Sport Calgary CEO: Celebrating Our World-Class Sports City

Celebrating Our World-Class Sports City

Sport is in Calgary’s blood. It brings us closer together, and unites us. We love to play, spectate, train, compete, cheer and celebrate sport.

We live and breathe sport. Calgary has a wealth of facilities and programs that provide affordable multi-sport access to accommodate the active lifestyles of our diverse population.

A proven economic driver, sport and its beneficial impact on families and communities has been proven over and over again.

We are an Olympic city that is comfortable on national and international stages. We should all be proud of our athletes’ accomplishments in Pyeongchang. As part of our Olympic legacy, Calgary is also home to various prominent sport organizations, such as Hockey Canada, Canadian Sport Institute Calgary, WinSport, Canada’s Sport Hall of Fame and the University of Calgary’s faculty of kinesiology.

Calgary’s ongoing investments — by the City of Calgary, Calgary Recreation and others — in sport infrastructure have helped create a modern, world-class city where sport is important. In the past year alone, several major public sport facilities have opened, with more currently under construction for completion in 2019.

This is an excellent start, but more investment is needed to build and revitalize smaller community-level facilities.

Thankfully, nobody was injured or hurt at Fairview Arena last week when part of the roof unexpectedly collapsed. City of Calgary Recreation deserves kudos for its response and for taking its facility inspection responsibilities seriously. It’s reassuring that city officials are working closely with Hockey Calgary to ensure that all important safety issues are addressed.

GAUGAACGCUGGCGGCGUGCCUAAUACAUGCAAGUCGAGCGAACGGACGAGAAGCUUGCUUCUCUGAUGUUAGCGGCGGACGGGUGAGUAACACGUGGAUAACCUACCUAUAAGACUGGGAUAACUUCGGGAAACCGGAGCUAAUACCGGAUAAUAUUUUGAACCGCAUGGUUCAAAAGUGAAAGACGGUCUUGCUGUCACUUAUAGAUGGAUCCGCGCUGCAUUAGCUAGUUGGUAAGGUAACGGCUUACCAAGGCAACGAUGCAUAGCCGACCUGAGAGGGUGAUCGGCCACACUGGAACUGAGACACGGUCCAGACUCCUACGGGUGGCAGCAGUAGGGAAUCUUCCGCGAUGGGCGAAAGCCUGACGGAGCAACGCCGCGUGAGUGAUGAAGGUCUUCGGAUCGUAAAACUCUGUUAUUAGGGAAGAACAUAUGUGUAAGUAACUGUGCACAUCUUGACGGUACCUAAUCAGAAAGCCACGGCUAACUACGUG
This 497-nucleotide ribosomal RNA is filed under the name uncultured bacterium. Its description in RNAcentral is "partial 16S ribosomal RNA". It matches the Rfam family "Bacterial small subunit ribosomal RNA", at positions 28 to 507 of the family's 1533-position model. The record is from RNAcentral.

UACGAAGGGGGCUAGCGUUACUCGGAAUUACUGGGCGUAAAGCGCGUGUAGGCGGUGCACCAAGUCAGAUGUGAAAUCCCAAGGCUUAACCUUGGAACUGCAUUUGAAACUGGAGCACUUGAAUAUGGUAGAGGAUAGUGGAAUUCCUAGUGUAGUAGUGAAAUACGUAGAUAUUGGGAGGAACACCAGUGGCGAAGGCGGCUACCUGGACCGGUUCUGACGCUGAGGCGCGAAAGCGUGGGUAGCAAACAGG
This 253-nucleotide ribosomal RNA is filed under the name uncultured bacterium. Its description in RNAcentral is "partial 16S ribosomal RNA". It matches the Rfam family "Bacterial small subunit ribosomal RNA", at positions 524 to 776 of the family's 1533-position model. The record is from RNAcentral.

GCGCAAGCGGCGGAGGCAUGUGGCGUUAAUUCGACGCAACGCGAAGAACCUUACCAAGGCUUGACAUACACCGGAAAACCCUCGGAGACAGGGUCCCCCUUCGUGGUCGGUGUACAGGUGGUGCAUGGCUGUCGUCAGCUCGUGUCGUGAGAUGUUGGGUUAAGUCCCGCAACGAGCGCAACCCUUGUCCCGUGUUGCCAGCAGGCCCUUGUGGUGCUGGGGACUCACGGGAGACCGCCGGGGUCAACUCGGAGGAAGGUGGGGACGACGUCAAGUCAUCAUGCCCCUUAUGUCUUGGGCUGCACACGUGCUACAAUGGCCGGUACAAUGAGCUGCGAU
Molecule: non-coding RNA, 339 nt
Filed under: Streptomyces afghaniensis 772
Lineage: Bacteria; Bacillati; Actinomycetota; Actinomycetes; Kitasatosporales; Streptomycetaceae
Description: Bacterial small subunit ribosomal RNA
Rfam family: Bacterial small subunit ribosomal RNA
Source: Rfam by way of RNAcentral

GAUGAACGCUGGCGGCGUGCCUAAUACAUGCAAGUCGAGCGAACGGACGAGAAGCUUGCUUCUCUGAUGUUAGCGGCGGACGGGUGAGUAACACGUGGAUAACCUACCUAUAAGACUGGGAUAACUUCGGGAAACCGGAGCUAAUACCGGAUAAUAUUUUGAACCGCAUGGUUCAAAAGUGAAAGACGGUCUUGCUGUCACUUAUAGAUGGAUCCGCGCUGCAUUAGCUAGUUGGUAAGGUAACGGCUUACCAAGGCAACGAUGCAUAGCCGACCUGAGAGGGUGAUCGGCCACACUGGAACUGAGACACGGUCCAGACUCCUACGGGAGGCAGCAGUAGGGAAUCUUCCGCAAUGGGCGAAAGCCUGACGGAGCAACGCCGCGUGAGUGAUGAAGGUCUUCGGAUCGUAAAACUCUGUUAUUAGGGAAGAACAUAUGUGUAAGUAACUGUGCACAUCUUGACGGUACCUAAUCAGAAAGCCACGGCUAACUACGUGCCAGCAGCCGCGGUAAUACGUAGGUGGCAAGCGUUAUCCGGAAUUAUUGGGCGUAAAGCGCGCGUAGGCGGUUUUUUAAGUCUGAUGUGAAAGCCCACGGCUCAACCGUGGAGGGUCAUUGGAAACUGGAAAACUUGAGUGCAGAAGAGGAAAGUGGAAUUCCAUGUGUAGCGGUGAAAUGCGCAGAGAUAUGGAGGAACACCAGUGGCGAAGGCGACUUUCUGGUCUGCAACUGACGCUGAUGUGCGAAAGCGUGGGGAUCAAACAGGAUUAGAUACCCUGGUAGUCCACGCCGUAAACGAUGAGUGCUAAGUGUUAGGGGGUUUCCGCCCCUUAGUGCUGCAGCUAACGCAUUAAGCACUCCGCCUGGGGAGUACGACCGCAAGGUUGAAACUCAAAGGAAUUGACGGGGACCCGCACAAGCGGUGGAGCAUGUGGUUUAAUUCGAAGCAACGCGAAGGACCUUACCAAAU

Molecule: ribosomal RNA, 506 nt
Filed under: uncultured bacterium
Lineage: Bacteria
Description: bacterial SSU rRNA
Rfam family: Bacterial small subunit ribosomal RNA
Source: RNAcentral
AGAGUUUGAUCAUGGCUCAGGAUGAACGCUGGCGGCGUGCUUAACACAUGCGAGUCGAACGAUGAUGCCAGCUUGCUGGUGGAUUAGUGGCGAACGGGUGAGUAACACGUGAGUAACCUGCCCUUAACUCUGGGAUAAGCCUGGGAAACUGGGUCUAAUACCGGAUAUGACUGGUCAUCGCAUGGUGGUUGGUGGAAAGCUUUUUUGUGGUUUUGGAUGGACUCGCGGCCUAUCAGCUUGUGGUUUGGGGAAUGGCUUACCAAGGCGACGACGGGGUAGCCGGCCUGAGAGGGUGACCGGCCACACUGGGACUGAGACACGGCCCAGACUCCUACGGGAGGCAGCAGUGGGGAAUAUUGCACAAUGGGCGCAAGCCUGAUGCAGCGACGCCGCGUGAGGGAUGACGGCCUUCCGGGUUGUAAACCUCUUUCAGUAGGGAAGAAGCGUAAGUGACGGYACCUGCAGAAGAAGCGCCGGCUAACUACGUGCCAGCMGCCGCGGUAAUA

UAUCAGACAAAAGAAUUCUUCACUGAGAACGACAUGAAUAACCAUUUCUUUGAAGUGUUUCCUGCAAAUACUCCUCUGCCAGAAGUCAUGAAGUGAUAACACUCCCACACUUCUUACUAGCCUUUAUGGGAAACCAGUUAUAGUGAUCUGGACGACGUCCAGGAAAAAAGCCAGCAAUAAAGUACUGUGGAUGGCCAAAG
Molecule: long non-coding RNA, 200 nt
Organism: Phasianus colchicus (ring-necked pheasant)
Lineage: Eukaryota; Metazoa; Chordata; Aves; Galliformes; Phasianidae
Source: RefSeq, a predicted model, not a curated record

Fortunately, all the teams and players who use Fairview Arena have found other locations to continue their current season. Hopefully, their medium-term requirements will also be accommodated.

This incident is indicative of a broader concern that many arenas across the country have aged beyond the typical expected lifespan of 30 to 35 years. Many of them were built in the period between post-war (1945) and Canada’s centennial (1967). These arenas require significant upgrades and renovations to continue operating safely and sustainably, and in some cases, need to be replaced entirely.

During that period, Canada’s population grew quickly and became more diverse. Investment in sport facilities was recognized as a national priority that benefited all communities. Calgary was no exception. More recently, over the past decade, Calgary has experienced many of those same trends and resulting challenges.

With more than 380,000 Calgarians registered in one of the more than 400 local sport organizations, it is important to have a clear understanding of how our current sport infrastructure serves our needs.

Sport Calgary, as the not-for-profit voice for sport in Calgary, conducts an ongoing assessment of citywide sport facility requirements. The Sport Facility Supply and Demand Study (2014-2018) identified some key findings, including:

  • Calgary requires development of new facilities, but also enhancement of and better access to existing facilities;
  • Many sport organizations have implemented registration caps due to a lack of facilities;
  • Under half of facility operators indicated that a documented life cycle plan had been developed for their facility, and many reported having limited funds available in life cycle reserve funds;
  • Few sport organizations have the financial resources to contribute to facility development and enhancement, but many are willing to help out by providing other resources.

How does this affect you as a citizen of Calgary?

Sport participation leads to health, economic and social cohesion benefits for our community. When everyone has equitable access to sport facilities, we create better outcomes for important groups such as Indigenous peoples, low-income families, seniors, persons with disabilities, LGTBQ and newcomers to Canada.

As Calgarians, we should continue to think big by supporting citywide public investment in community sport facilities that allow us to safely play and be active for life.

Murray Sigler is the executive director and CEO at Sport Calgary. This article originally appeared in the Calgary Herald